South elevation - when I looked through the door I could see a beautiful staircase decorated for Christmas! 
Bonds in the amount of $28,000 were issued at 8% interest to fund the project after Kane & Cormack Contractors and Builders were awarded the construction contract. Rusticated stone from a nearby quarry was used in the construction. As the project neared completion under Oscar Ruffini's supervision County Commissioners contracted with a Chicago firm to furnish the courthouse for a sum of $1,212.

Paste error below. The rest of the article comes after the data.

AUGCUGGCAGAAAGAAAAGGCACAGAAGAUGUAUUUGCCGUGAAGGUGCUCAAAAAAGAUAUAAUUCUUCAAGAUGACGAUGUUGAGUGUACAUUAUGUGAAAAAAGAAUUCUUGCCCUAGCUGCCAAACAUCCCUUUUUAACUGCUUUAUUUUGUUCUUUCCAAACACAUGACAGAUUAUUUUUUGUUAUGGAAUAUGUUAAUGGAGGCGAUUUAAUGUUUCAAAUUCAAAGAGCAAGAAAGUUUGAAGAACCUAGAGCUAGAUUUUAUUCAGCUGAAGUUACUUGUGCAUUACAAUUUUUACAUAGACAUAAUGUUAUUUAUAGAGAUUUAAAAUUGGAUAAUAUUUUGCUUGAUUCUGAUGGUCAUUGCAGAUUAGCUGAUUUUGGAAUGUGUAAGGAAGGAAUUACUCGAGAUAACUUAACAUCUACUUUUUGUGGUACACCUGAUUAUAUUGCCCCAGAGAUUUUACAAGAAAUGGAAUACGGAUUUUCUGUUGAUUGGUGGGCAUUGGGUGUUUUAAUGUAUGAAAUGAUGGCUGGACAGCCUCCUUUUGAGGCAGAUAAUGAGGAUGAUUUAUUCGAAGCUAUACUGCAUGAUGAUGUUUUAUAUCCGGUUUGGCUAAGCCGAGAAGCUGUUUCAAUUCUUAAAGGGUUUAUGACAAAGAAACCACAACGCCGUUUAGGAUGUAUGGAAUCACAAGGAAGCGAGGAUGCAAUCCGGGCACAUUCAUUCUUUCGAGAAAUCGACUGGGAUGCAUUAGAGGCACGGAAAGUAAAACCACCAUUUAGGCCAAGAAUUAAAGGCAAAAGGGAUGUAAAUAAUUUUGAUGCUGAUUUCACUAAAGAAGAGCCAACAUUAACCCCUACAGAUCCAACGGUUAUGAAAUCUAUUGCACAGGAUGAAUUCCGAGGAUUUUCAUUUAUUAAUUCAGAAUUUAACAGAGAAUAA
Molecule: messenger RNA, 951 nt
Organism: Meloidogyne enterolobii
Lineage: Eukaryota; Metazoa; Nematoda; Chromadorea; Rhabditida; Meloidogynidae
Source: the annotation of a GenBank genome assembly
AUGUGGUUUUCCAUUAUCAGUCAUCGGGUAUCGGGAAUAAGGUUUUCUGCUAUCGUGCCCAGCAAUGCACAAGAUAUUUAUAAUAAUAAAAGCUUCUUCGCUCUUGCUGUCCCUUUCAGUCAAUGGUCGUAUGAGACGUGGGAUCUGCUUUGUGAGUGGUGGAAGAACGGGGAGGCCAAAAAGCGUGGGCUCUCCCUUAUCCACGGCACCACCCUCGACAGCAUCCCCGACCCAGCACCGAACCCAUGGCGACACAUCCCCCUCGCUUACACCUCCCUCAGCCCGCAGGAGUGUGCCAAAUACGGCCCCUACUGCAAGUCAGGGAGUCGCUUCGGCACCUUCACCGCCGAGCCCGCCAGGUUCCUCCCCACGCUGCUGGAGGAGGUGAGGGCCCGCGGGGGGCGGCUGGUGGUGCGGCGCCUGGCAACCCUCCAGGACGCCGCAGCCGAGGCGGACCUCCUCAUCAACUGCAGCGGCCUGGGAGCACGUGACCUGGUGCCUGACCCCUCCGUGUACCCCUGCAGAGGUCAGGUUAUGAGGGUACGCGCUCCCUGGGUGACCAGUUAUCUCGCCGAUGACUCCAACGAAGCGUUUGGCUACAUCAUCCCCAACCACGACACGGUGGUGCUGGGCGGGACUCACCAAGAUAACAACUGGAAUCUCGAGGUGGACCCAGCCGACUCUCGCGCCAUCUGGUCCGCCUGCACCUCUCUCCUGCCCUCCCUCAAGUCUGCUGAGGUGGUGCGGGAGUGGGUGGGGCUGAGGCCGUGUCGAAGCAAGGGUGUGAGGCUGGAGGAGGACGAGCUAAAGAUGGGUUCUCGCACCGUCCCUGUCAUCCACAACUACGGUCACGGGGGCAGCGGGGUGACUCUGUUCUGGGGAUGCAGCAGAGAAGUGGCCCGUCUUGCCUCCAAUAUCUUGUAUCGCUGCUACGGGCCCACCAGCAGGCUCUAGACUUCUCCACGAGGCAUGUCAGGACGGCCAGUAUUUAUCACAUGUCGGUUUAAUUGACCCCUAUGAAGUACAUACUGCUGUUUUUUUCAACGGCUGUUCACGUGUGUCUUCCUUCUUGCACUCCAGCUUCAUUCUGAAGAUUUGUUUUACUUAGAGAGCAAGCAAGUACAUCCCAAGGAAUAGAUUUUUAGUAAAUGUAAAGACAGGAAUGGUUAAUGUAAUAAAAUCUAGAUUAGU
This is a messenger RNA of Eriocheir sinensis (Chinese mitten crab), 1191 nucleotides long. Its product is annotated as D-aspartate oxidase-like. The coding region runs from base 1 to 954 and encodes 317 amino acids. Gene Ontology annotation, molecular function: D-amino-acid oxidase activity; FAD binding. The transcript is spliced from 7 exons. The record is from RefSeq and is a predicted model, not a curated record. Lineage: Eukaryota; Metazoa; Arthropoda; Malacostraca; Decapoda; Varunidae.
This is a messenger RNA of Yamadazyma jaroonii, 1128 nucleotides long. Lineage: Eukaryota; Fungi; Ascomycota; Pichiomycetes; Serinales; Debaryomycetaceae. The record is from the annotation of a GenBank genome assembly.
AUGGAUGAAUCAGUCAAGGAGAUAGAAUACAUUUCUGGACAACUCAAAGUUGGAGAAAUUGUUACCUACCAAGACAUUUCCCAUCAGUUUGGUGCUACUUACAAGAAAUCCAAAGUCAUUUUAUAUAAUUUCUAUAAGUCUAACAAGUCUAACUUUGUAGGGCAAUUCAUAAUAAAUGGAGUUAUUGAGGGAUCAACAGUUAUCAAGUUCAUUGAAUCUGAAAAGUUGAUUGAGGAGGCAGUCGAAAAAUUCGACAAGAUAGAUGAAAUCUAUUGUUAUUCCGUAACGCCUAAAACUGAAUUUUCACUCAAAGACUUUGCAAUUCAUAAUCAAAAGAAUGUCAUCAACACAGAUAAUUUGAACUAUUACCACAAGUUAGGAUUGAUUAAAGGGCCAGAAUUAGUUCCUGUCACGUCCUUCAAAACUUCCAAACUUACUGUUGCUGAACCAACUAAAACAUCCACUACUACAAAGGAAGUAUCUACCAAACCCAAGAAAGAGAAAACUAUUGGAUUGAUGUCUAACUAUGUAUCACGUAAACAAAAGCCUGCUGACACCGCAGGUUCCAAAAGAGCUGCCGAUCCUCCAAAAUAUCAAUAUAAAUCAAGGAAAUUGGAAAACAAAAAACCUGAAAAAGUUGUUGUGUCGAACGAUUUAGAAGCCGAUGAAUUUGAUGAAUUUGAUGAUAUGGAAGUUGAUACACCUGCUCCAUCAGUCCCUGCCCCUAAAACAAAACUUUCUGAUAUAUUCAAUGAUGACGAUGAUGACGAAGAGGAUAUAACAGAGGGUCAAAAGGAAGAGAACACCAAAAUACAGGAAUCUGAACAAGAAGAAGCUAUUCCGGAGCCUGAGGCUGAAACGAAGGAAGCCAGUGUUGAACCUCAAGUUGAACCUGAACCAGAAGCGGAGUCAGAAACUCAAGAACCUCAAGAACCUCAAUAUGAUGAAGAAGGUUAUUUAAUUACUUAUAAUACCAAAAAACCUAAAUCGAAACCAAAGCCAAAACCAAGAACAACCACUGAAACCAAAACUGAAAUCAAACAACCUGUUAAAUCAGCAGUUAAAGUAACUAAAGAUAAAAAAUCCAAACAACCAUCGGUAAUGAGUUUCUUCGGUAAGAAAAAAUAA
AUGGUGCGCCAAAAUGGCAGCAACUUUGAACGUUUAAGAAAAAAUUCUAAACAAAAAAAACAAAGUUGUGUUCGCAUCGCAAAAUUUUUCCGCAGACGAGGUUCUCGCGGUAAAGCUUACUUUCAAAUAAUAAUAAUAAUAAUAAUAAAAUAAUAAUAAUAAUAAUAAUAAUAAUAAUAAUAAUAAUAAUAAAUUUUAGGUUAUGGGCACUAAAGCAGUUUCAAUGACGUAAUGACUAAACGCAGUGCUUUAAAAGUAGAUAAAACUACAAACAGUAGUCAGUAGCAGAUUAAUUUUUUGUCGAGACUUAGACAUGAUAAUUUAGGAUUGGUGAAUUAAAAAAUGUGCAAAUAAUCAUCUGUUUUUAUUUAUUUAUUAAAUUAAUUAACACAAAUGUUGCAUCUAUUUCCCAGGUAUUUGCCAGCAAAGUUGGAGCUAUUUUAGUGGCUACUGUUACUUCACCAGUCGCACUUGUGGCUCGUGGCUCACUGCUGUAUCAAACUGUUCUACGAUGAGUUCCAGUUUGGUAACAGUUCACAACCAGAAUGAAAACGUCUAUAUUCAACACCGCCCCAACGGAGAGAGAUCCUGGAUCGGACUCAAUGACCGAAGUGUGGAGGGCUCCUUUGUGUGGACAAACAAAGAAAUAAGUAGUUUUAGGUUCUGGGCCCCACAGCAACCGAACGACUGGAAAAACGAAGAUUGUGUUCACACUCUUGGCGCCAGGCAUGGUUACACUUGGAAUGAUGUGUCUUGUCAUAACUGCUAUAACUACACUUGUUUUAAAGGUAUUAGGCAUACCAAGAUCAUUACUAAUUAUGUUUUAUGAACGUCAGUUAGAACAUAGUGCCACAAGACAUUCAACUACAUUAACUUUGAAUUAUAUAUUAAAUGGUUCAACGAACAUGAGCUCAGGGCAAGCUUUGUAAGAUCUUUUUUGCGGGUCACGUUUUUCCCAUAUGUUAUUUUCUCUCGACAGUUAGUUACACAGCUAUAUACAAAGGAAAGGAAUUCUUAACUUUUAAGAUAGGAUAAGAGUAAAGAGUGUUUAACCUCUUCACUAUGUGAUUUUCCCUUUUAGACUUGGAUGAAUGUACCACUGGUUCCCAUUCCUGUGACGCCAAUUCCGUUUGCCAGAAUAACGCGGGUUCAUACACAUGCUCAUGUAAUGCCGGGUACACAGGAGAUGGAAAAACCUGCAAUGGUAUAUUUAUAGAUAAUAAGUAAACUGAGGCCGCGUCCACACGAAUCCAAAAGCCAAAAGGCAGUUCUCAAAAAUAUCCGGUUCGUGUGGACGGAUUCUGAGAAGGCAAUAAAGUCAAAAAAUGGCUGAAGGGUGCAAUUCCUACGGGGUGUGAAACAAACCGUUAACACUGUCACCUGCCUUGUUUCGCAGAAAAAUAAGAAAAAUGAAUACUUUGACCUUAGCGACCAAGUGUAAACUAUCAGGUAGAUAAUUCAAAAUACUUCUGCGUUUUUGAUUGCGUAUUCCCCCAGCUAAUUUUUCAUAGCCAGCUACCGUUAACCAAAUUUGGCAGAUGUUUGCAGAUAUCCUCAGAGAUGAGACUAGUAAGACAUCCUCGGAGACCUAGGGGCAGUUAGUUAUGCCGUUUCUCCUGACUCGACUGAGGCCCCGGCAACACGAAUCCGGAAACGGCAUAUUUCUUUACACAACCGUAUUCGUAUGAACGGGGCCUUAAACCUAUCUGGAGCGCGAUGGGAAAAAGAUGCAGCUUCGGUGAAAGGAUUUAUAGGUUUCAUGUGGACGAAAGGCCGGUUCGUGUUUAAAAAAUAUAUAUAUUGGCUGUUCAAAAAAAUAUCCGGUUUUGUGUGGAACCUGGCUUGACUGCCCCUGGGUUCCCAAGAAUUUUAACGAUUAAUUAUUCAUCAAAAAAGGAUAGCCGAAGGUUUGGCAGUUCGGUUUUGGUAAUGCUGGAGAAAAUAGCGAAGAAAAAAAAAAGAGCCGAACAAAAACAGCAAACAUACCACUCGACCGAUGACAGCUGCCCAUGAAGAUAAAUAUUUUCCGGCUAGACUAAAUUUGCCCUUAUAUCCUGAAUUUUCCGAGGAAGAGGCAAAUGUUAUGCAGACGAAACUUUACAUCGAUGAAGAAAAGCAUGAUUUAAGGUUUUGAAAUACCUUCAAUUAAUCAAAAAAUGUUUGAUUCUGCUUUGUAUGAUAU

North elevation
The building appears to be in excellent condition and very well preserved.  The only significant modification to the structure is the addition of a vault on the east side of the building (see the south elevation picture). Truly an architectual gem!

Just to note: I do plan to return when the building is open and see if I can make photographs and find pictures from the past on display.